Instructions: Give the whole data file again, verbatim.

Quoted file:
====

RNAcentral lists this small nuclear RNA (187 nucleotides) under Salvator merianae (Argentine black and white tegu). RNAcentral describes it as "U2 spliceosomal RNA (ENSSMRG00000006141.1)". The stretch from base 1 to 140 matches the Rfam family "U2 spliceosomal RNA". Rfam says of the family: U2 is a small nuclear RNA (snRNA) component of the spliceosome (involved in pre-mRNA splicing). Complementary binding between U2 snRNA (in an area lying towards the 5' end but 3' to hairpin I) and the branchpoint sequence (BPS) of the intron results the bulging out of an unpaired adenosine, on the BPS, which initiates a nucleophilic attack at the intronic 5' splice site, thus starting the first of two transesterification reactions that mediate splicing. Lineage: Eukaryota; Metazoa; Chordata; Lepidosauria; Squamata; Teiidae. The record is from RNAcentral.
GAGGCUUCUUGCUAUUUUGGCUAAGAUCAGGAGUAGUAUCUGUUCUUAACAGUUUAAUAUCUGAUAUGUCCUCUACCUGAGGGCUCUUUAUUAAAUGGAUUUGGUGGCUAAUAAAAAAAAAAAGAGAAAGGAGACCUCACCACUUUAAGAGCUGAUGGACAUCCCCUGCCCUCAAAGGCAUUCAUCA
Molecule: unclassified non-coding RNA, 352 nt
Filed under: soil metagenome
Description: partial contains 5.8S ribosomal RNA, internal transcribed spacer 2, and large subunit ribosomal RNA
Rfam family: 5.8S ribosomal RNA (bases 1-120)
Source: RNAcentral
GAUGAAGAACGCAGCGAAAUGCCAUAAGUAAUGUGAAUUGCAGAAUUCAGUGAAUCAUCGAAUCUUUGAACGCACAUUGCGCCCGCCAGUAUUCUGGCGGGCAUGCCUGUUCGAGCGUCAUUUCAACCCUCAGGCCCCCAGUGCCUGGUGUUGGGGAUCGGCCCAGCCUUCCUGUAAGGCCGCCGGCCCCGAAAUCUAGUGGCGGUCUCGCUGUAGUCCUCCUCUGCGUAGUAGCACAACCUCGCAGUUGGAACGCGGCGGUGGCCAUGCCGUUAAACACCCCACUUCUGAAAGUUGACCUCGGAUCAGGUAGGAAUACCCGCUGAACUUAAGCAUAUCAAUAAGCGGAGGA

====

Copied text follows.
RNAcentral lists this small nuclear RNA (187 nucleotides) under Salvator merianae (Argentine black and white tegu). RNAcentral describes it as "U2 spliceosomal RNA (ENSSMRG00000006141.1)". The stretch from base 1 to 140 matches the Rfam family "U2 spliceosomal RNA". Rfam says of the family: U2 is a small nuclear RNA (snRNA) component of the spliceosome (involved in pre-mRNA splicing). Complementary binding between U2 snRNA (in an area lying towards the 5' end but 3' to hairpin I) and the branchpoint sequence (BPS) of the intron results the bulging out of an unpaired adenosine, on the BPS, which initiates a nucleophilic attack at the intronic 5' splice site, thus starting the first of two transesterification reactions that mediate splicing. Lineage: Eukaryota; Metazoa; Chordata; Lepidosauria; Squamata; Teiidae. The record is from RNAcentral.
GAGGCUUCUUGCUAUUUUGGCUAAGAUCAGGAGUAGUAUCUGUUCUUAACAGUUUAAUAUCUGAUAUGUCCUCUACCUGAGGGCUCUUUAUUAAAUGGAUUUGGUGGCUAAUAAAAAAAAAAAGAGAAAGGAGACCUCACCACUUUAAGAGCUGAUGGACAUCCCCUGCCCUCAAAGGCAUUCAUCA
Molecule: unclassified non-coding RNA, 352 nt
Filed under: soil metagenome
Description: partial contains 5.8S ribosomal RNA, internal transcribed spacer 2, and large subunit ribosomal RNA
Rfam family: 5.8S ribosomal RNA (bases 1-120)
Source: RNAcentral
GAUGAAGAACGCAGCGAAAUGCCAUAAGUAAUGUGAAUUGCAGAAUUCAGUGAAUCAUCGAAUCUUUGAACGCACAUUGCGCCCGCCAGUAUUCUGGCGGGCAUGCCUGUUCGAGCGUCAUUUCAACCCUCAGGCCCCCAGUGCCUGGUGUUGGGGAUCGGCCCAGCCUUCCUGUAAGGCCGCCGGCCCCGAAAUCUAGUGGCGGUCUCGCUGUAGUCCUCCUCUGCGUAGUAGCACAACCUCGCAGUUGGAACGCGGCGGUGGCCAUGCCGUUAAACACCCCACUUCUGAAAGUUGACCUCGGAUCAGGUAGGAAUACCCGCUGAACUUAAGCAUAUCAAUAAGCGGAGGA